To any musical fan, the song titles ‘Sweet Transvestite’, ‘The Time Warp’ and ‘Dammit Janet’ are all unmistakable hallmarks of the 1975 classic The Rocky Horror Picture Show – even the mere mention of them generally leads to a full five minute singalong. However, give someone song titles like ‘Bitchin’ in the Kitchen’, ‘Duel Duet’ or ‘Anyhow, Anyhow’, and watch as they give you a blank, confused expression at your seemingly incoherent nonsense. This is because they’re songs from Richard O’Brien’s 1981 Rocky Horror follow-up, Shock Treatment, a tragically lesser known, but completely equal continuation of Rocky Horror’s spirit.

The film follows the continued adventures of Brad and Janet, Rocky Horror’s protagonists, with performance duties taken over by Cliff De Young and Jessica Harper respectively, as they enter into the world of reality television. Their home of Denton has been turned into a television studio producing constant trash TV that promotes the comically traditional values of a ‘real OK town’, run by corporate magnate ‘Farley Flavours’, a ruthless and cynical fast food businessman. Perhaps this now seems like the typical fodder of a Black Mirror episode, but considering the era it came out in, it seems staggeringly prescient.

Watch as the audience jeer at Brad and Janet’s failing marriage on hokey television show ‘Marriage Maze’, and try not to think of the sneering audience laughing at participants on The Jeremy Kyle Show. Or look at the publically beloved ‘blind’ presenter, Bert Schnick, who fakes his disability so as to get away with being a peeping tom, and try not have the recent Hollywood sexual harassment scandal come to mind. And though it is a cliché to draw Trump comparisons in the media these days, it is near impossible not to look at the flashy Farley Flavours and think of the current US President, with his obsession around the objectifying ‘girl next door’ aesthetic, and nonsensical conservative baiting questions like ‘why aren’t we doing tomorrow’s new dance moves, the way we used to yesterday?’.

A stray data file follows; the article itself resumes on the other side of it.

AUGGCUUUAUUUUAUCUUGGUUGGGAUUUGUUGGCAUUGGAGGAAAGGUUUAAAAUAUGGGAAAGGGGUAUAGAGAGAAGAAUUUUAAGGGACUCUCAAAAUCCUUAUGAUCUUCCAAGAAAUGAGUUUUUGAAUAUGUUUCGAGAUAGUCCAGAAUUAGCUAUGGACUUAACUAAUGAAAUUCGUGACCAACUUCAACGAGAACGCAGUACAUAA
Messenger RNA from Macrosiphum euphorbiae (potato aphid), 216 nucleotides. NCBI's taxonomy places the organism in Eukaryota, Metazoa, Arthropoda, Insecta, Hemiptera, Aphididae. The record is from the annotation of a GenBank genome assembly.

the energy never lets up, zipping through each laugh and each song

But whilst this darker, more wry undercurrent runs throughout the film, it would be a crime not to mention just how fun the whole thing is too. The songs are O’Brien writing at his catchy best, the cast (including O’Brien himself, Charles Grey, Barry Humphries, Ruby Wax and even a young Rik Mayall) are all having a ridiculous amount of fun with the outlandish material, and the energy never lets up, zipping through each laugh and each song. For all its subversion, Shock Treatment also revels in the joys of the traditional musical, and wants a party just as much as it wants to satirise.

Initially a commercial and critical flop, forgotten for years, the film has recently been gathering a new following, who recognise it deserves just as much attention as its predecessor. Whilst some criticise it for being messy and not entirely coherent, does it matter? Rocky Horror was hardly the epitome tight plotting either. Shock Treatment is a film that is totally worth your time (and your vocal cords) as a fan of Rocky Horror, or simply as a fan of musicals.

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